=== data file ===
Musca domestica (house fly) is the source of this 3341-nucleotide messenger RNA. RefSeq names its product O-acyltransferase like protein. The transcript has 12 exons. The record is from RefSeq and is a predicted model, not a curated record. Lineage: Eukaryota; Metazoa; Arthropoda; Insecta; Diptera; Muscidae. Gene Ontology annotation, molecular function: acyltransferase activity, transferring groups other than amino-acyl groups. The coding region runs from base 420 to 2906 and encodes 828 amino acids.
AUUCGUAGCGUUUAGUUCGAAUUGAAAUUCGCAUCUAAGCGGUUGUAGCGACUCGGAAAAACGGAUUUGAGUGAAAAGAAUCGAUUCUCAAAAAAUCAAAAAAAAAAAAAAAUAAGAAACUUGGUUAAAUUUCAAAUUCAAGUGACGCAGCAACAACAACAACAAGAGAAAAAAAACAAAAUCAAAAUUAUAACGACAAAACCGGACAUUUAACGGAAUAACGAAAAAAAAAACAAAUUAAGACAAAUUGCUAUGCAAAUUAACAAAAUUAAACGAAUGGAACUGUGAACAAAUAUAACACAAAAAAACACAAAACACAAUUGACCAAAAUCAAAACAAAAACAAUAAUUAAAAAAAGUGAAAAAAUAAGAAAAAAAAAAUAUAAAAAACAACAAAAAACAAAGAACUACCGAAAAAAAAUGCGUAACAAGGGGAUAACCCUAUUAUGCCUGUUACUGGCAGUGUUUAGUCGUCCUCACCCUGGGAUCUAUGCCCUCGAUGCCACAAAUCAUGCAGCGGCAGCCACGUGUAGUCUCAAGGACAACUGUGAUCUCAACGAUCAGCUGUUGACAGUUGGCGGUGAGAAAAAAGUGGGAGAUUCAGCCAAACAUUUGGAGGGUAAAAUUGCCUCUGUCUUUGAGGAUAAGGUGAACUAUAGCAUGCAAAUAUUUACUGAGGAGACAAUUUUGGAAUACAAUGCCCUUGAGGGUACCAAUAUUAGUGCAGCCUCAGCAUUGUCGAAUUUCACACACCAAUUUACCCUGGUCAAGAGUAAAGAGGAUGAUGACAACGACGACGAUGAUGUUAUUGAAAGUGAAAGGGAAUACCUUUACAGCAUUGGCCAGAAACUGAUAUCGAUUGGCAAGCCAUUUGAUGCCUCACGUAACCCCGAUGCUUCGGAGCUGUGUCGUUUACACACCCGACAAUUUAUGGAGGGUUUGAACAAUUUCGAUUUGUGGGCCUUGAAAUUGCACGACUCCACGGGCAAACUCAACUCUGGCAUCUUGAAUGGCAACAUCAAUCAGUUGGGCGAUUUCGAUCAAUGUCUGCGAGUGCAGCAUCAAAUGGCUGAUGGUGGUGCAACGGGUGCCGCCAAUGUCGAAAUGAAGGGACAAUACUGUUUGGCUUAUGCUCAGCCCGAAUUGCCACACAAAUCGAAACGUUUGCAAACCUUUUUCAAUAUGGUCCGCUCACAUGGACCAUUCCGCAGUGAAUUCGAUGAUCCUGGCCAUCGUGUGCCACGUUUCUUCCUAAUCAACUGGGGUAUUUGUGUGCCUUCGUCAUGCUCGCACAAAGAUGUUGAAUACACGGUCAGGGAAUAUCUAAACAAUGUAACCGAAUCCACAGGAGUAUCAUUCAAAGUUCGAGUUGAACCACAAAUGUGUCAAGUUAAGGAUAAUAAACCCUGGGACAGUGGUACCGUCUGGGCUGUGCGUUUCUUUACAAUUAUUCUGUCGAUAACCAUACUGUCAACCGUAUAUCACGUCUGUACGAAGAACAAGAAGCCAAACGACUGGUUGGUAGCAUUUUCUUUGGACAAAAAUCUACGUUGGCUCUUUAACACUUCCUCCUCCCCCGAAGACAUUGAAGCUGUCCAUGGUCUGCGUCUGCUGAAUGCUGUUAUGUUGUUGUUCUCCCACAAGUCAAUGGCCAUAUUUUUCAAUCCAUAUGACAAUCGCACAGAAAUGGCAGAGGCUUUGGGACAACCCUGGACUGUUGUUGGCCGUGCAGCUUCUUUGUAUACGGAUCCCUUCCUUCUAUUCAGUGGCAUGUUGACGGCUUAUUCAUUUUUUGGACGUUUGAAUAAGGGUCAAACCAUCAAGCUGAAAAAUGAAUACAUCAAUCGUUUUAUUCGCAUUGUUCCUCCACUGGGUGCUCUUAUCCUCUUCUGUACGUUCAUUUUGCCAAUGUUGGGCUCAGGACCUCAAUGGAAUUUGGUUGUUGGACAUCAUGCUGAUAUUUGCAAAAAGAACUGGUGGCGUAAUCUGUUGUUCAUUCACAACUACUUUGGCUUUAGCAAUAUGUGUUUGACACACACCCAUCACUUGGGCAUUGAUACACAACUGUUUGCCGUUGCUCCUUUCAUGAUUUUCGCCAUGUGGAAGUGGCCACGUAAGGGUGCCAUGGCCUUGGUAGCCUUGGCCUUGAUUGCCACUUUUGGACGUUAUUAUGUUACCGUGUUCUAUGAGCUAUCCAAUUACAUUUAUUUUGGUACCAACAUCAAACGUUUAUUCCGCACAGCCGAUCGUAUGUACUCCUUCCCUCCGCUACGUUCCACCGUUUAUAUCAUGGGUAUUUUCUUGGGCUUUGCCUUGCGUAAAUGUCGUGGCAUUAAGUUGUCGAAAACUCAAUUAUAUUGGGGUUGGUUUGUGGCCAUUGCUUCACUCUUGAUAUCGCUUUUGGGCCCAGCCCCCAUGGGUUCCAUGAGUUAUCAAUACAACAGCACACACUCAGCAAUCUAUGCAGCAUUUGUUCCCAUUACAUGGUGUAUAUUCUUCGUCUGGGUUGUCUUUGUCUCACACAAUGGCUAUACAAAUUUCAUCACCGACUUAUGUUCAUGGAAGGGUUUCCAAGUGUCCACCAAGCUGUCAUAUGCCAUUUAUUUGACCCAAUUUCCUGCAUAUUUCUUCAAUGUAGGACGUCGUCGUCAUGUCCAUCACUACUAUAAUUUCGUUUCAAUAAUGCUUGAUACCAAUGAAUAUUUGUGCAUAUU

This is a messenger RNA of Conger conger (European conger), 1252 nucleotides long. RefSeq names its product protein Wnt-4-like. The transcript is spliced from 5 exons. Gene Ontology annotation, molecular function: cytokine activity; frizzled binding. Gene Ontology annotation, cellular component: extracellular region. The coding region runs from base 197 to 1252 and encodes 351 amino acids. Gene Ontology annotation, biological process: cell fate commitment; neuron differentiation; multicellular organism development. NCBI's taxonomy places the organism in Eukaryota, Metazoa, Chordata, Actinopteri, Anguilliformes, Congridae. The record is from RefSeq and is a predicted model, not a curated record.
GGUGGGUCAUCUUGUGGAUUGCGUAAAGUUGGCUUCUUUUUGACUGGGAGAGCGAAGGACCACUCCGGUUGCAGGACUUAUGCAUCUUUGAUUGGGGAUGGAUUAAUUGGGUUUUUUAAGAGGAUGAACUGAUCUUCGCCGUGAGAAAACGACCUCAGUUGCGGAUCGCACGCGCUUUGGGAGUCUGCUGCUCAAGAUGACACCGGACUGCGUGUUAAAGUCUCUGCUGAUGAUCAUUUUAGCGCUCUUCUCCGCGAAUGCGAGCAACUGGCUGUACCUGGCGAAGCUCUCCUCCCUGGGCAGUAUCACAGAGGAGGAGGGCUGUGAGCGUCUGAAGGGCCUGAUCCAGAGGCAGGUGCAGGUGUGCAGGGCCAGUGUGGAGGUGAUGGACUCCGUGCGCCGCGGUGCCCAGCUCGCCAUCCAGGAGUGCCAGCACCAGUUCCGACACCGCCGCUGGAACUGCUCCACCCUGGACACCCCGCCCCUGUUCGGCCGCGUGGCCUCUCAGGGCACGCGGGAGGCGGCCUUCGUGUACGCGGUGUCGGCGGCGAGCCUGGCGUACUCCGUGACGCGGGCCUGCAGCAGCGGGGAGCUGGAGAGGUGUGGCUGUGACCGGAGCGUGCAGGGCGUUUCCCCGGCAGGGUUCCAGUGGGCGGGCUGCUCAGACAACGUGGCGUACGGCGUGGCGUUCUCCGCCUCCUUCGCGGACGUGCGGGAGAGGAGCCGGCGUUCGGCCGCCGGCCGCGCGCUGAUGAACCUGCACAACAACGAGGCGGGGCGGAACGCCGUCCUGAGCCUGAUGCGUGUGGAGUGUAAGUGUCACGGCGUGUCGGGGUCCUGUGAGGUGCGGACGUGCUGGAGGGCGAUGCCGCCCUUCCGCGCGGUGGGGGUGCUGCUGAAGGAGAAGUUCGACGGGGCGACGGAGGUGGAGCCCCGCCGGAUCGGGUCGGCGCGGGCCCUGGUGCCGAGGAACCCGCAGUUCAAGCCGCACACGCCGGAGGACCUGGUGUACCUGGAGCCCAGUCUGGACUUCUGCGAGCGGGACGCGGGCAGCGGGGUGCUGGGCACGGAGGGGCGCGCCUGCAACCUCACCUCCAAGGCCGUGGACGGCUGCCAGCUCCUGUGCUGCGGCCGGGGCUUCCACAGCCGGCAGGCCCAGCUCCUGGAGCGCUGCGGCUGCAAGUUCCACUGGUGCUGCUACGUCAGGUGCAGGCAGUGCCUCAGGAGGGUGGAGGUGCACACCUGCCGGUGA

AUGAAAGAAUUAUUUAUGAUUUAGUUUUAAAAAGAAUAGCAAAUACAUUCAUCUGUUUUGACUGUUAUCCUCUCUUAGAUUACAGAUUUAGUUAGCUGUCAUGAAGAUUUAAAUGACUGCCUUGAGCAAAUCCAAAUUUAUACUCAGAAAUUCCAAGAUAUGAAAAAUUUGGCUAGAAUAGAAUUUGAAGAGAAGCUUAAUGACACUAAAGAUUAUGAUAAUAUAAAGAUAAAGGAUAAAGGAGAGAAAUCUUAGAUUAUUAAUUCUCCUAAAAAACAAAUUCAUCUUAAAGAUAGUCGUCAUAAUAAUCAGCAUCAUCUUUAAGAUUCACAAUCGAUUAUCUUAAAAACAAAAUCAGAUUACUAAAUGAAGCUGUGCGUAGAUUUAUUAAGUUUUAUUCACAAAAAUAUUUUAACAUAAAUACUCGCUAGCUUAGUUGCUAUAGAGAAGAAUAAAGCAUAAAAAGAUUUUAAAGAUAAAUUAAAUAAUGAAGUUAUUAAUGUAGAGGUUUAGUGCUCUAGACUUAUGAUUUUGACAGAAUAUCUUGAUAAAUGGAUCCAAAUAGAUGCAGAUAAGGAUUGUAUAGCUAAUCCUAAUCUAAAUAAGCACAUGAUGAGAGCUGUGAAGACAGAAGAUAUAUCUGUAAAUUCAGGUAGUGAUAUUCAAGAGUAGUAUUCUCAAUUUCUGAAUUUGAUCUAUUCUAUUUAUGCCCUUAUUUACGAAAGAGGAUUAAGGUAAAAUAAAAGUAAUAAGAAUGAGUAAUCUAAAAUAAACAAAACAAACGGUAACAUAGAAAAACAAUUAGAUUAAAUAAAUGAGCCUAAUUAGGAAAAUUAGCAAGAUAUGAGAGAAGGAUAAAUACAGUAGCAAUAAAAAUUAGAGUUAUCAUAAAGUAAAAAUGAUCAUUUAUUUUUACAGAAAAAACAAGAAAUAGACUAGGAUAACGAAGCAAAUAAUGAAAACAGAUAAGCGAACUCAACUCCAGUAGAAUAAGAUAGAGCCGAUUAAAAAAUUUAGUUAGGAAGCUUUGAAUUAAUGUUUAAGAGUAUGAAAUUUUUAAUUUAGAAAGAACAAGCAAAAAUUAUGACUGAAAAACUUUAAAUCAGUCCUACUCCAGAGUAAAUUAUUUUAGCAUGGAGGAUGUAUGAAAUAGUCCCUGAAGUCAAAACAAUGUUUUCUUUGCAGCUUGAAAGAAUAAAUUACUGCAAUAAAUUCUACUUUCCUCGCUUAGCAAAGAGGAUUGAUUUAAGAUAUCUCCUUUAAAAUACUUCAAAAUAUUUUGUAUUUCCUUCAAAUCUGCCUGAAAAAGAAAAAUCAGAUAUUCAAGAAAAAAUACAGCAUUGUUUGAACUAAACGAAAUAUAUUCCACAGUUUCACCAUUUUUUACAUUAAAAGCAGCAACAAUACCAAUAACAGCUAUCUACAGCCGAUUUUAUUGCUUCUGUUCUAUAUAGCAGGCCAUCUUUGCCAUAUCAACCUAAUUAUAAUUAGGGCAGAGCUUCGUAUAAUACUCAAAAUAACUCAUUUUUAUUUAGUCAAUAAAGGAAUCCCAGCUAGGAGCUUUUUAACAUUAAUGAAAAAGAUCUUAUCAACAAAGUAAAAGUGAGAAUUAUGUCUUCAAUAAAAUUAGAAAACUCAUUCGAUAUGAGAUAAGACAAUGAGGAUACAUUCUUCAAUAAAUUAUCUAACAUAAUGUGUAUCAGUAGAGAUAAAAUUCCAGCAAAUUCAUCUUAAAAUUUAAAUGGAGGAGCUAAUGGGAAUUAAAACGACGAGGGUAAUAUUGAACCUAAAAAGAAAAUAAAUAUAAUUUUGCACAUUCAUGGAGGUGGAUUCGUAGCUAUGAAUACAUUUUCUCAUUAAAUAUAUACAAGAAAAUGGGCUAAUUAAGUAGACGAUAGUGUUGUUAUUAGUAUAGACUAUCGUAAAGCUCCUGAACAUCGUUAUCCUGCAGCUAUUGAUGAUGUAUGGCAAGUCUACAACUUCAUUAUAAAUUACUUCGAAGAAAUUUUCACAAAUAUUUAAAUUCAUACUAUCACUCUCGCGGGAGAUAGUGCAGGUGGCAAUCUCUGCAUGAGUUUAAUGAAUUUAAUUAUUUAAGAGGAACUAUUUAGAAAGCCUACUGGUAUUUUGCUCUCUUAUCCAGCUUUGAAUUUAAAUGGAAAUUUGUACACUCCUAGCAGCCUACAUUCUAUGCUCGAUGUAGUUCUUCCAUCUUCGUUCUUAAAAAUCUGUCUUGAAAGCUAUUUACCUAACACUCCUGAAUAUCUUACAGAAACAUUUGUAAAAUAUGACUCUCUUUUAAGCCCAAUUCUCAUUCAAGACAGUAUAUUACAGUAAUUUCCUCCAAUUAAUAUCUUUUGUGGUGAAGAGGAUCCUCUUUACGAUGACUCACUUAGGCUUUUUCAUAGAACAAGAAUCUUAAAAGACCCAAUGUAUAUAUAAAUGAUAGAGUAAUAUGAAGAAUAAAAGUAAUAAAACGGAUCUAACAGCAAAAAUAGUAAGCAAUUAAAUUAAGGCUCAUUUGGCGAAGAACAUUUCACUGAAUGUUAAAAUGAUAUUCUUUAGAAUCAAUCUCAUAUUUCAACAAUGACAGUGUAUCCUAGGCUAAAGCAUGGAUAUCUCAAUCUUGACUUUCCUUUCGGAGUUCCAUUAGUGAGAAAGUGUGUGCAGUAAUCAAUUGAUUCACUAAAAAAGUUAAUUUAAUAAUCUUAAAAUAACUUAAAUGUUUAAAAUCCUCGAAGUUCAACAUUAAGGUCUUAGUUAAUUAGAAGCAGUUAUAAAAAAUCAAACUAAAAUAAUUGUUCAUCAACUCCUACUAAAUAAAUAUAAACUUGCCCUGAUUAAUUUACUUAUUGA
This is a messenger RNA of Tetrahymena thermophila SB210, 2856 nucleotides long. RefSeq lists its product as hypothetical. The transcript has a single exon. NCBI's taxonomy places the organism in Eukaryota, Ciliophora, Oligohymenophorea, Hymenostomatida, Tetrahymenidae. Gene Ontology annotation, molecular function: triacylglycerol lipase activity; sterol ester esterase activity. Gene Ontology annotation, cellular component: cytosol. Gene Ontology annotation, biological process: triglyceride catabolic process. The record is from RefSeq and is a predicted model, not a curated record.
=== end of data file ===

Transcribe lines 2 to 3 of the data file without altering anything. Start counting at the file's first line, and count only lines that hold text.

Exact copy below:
AUUCGUAGCGUUUAGUUCGAAUUGAAAUUCGCAUCUAAGCGGUUGUAGCGACUCGGAAAAACGGAUUUGAGUGAAAAGAAUCGAUUCUCAAAAAAUCAAAAAAAAAAAAAAAUAAGAAACUUGGUUAAAUUUCAAAUUCAAGUGACGCAGCAACAACAACAACAAGAGAAAAAAAACAAAAUCAAAAUUAUAACGACAAAACCGGACAUUUAACGGAAUAACGAAAAAAAAAACAAAUUAAGACAAAUUGCUAUGCAAAUUAACAAAAUUAAACGAAUGGAACUGUGAACAAAUAUAACACAAAAAAACACAAAACACAAUUGACCAAAAUCAAAACAAAAACAAUAAUUAAAAAAAGUGAAAAAAUAAGAAAAAAAAAAUAUAAAAAACAACAAAAAACAAAGAACUACCGAAAAAAAAUGCGUAACAAGGGGAUAACCCUAUUAUGCCUGUUACUGGCAGUGUUUAGUCGUCCUCACCCUGGGAUCUAUGCCCUCGAUGCCACAAAUCAUGCAGCGGCAGCCACGUGUAGUCUCAAGGACAACUGUGAUCUCAACGAUCAGCUGUUGACAGUUGGCGGUGAGAAAAAAGUGGGAGAUUCAGCCAAACAUUUGGAGGGUAAAAUUGCCUCUGUCUUUGAGGAUAAGGUGAACUAUAGCAUGCAAAUAUUUACUGAGGAGACAAUUUUGGAAUACAAUGCCCUUGAGGGUACCAAUAUUAGUGCAGCCUCAGCAUUGUCGAAUUUCACACACCAAUUUACCCUGGUCAAGAGUAAAGAGGAUGAUGACAACGACGACGAUGAUGUUAUUGAAAGUGAAAGGGAAUACCUUUACAGCAUUGGCCAGAAACUGAUAUCGAUUGGCAAGCCAUUUGAUGCCUCACGUAACCCCGAUGCUUCGGAGCUGUGUCGUUUACACACCCGACAAUUUAUGGAGGGUUUGAACAAUUUCGAUUUGUGGGCCUUGAAAUUGCACGACUCCACGGGCAAACUCAACUCUGGCAUCUUGAAUGGCAACAUCAAUCAGUUGGGCGAUUUCGAUCAAUGUCUGCGAGUGCAGCAUCAAAUGGCUGAUGGUGGUGCAACGGGUGCCGCCAAUGUCGAAAUGAAGGGACAAUACUGUUUGGCUUAUGCUCAGCCCGAAUUGCCACACAAAUCGAAACGUUUGCAAACCUUUUUCAAUAUGGUCCGCUCACAUGGACCAUUCCGCAGUGAAUUCGAUGAUCCUGGCCAUCGUGUGCCACGUUUCUUCCUAAUCAACUGGGGUAUUUGUGUGCCUUCGUCAUGCUCGCACAAAGAUGUUGAAUACACGGUCAGGGAAUAUCUAAACAAUGUAACCGAAUCCACAGGAGUAUCAUUCAAAGUUCGAGUUGAACCACAAAUGUGUCAAGUUAAGGAUAAUAAACCCUGGGACAGUGGUACCGUCUGGGCUGUGCGUUUCUUUACAAUUAUUCUGUCGAUAACCAUACUGUCAACCGUAUAUCACGUCUGUACGAAGAACAAGAAGCCAAACGACUGGUUGGUAGCAUUUUCUUUGGACAAAAAUCUACGUUGGCUCUUUAACACUUCCUCCUCCCCCGAAGACAUUGAAGCUGUCCAUGGUCUGCGUCUGCUGAAUGCUGUUAUGUUGUUGUUCUCCCACAAGUCAAUGGCCAUAUUUUUCAAUCCAUAUGACAAUCGCACAGAAAUGGCAGAGGCUUUGGGACAACCCUGGACUGUUGUUGGCCGUGCAGCUUCUUUGUAUACGGAUCCCUUCCUUCUAUUCAGUGGCAUGUUGACGGCUUAUUCAUUUUUUGGACGUUUGAAUAAGGGUCAAACCAUCAAGCUGAAAAAUGAAUACAUCAAUCGUUUUAUUCGCAUUGUUCCUCCACUGGGUGCUCUUAUCCUCUUCUGUACGUUCAUUUUGCCAAUGUUGGGCUCAGGACCUCAAUGGAAUUUGGUUGUUGGACAUCAUGCUGAUAUUUGCAAAAAGAACUGGUGGCGUAAUCUGUUGUUCAUUCACAACUACUUUGGCUUUAGCAAUAUGUGUUUGACACACACCCAUCACUUGGGCAUUGAUACACAACUGUUUGCCGUUGCUCCUUUCAUGAUUUUCGCCAUGUGGAAGUGGCCACGUAAGGGUGCCAUGGCCUUGGUAGCCUUGGCCUUGAUUGCCACUUUUGGACGUUAUUAUGUUACCGUGUUCUAUGAGCUAUCCAAUUACAUUUAUUUUGGUACCAACAUCAAACGUUUAUUCCGCACAGCCGAUCGUAUGUACUCCUUCCCUCCGCUACGUUCCACCGUUUAUAUCAUGGGUAUUUUCUUGGGCUUUGCCUUGCGUAAAUGUCGUGGCAUUAAGUUGUCGAAAACUCAAUUAUAUUGGGGUUGGUUUGUGGCCAUUGCUUCACUCUUGAUAUCGCUUUUGGGCCCAGCCCCCAUGGGUUCCAUGAGUUAUCAAUACAACAGCACACACUCAGCAAUCUAUGCAGCAUUUGUUCCCAUUACAUGGUGUAUAUUCUUCGUCUGGGUUGUCUUUGUCUCACACAAUGGCUAUACAAAUUUCAUCACCGACUUAUGUUCAUGGAAGGGUUUCCAAGUGUCCACCAAGCUGUCAUAUGCCAUUUAUUUGACCCAAUUUCCUGCAUAUUUCUUCAAUGUAGGACGUCGUCGUCAUGUCCAUCACUACUAUAAUUUCGUUUCAAUAAUGCUUGAUACCAAUGAAUAUUUGUGCAUAUU

This is a messenger RNA of Conger conger (European conger), 1252 nucleotides long. RefSeq names its product protein Wnt-4-like. The transcript is spliced from 5 exons. Gene Ontology annotation, molecular function: cytokine activity; frizzled binding. Gene Ontology annotation, cellular component: extracellular region. The coding region runs from base 197 to 1252 and encodes 351 amino acids. Gene Ontology annotation, biological process: cell fate commitment; neuron differentiation; multicellular organism development. NCBI's taxonomy places the organism in Eukaryota, Metazoa, Chordata, Actinopteri, Anguilliformes, Congridae. The record is from RefSeq and is a predicted model, not a curated record.